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Novel therapeutic target identified in fight against Rheumatoid Arthritis

A team of scientists, led by Toshihiro Nakajima at the St Marianna University School of Medicine in Japan, has identified an exciting therapeutic target that may lead to the development of new treatments for Rheumatoid Arthritis (RA).

As published in the latest edition of Genes and Development, the scientists report the discovery of 'synoviolin', an enzyme that is found in abnormally high levels in diseased joints. High levels of synoviolin are found to cause an overgrowth of joint-destroying synovial cells, a key clinical feature of RA. By reducing levels of synoviolin, scientists hope to halt the proliferation of synovial cells and the devastating progression of RA.

RA is one of the most common joint diseases, affecting approximately 0.5-1.0% of the adult population worldwide. The progressive joint destruction, which mainly targets the small joints of the hands and feet, eventually results in severe movement disability. The clinical features of RA include chronic inflammation of the synovium, or lining of the joint, accompanied by the overgrowth of synovial cells, a condition known as synovial hyperplasia. This mass of synovial cells, or 'pannus', eventually invades and destroys the cartilage and bone within the joint. Clearly, understanding the factors that regulate synovial hyperplasia are key to designing new therapies to treat RA.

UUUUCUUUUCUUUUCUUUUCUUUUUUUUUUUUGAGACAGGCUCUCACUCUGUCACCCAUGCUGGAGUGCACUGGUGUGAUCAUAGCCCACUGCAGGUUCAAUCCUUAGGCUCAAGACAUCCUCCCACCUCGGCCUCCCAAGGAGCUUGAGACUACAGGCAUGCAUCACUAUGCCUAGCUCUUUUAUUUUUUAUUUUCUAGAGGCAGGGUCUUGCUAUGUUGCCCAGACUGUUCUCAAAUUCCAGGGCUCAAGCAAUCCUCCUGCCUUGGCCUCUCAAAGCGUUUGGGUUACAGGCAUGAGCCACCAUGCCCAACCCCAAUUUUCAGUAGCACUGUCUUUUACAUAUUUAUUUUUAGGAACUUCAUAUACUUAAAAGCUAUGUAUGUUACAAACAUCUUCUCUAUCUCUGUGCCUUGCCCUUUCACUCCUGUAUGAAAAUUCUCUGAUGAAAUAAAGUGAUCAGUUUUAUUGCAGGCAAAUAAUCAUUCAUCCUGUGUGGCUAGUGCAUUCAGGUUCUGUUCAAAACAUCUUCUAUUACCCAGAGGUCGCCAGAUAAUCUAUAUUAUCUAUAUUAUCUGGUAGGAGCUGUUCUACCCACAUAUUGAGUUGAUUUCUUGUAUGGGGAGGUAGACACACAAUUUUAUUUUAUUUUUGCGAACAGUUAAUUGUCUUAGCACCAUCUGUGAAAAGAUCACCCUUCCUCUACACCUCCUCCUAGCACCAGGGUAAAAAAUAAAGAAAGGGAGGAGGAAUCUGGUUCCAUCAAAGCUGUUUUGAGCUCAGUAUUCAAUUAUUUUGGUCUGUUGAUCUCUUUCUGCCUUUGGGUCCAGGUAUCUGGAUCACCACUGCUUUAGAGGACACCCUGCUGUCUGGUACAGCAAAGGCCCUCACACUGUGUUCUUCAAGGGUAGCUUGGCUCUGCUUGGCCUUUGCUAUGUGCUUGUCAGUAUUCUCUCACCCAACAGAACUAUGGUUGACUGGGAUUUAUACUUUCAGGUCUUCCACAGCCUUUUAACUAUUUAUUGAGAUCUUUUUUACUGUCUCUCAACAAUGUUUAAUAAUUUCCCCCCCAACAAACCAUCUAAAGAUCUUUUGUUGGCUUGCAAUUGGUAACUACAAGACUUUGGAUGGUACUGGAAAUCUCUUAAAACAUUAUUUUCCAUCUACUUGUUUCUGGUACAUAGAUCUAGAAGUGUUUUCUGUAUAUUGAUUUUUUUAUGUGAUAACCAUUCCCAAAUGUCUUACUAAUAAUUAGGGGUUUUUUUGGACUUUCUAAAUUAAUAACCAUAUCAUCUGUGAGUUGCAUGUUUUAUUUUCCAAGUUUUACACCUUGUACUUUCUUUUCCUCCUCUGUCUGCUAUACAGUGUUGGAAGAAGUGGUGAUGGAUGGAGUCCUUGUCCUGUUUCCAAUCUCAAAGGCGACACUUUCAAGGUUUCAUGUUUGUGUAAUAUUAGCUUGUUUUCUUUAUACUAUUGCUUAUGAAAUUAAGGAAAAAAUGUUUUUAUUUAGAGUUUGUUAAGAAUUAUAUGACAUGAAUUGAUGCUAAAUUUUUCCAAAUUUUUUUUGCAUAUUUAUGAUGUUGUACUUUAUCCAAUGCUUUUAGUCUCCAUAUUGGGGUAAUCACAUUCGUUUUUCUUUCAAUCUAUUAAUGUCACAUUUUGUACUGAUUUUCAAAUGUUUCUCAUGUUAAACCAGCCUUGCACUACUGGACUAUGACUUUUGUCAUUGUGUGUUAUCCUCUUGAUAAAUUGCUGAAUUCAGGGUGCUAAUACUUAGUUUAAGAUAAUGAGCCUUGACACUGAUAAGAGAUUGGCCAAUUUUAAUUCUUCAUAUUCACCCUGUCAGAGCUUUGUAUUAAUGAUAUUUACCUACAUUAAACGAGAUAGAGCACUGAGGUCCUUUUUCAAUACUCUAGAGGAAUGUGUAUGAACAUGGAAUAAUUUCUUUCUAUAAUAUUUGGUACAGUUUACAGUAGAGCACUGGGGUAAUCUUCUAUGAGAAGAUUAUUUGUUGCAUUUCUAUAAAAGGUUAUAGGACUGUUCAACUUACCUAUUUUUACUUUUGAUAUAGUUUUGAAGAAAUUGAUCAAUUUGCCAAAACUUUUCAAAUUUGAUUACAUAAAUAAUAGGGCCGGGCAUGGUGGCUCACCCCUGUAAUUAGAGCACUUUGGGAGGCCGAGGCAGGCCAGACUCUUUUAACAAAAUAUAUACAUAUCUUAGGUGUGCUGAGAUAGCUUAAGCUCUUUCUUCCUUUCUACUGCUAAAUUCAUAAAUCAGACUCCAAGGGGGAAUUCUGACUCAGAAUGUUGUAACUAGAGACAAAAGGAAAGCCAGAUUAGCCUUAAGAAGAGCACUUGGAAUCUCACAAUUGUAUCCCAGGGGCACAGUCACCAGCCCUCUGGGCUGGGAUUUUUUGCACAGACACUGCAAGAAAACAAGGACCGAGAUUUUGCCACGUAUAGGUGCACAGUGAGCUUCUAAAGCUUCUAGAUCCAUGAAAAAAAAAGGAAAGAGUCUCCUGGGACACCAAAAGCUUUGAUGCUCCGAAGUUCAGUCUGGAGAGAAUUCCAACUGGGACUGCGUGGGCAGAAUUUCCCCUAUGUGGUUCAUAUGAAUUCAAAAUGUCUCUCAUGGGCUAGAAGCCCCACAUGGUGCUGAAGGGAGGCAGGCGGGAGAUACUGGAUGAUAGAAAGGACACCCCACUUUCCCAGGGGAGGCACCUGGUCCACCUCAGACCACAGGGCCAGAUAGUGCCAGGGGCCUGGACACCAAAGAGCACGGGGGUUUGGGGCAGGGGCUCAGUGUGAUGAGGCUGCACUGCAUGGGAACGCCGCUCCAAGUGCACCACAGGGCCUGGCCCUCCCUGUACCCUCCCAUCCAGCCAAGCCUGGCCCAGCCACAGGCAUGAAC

Dr Nakajima and colleagues set out to identify proteins found in synovial cells from rheumatoid joints, with the hope of discovering novel pathogenic factors involved in RA. Using an antibody screening approach, the scientists identified synoviolin as an enzyme that is upregulated in synovial tissues from RA patients. To elucidate the function of synoviolin, the team engineered mice that produced an excess of synoviolin. Significantly, these mice developed spontaneous arthritic joint disease, suggesting that too much synoviolin is indeed an important factor in the development of RA. They also gener
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Contact: Heather Cosel
coselpie@cshl.org
Cold Spring Harbor Laboratory
16-Sep-2003


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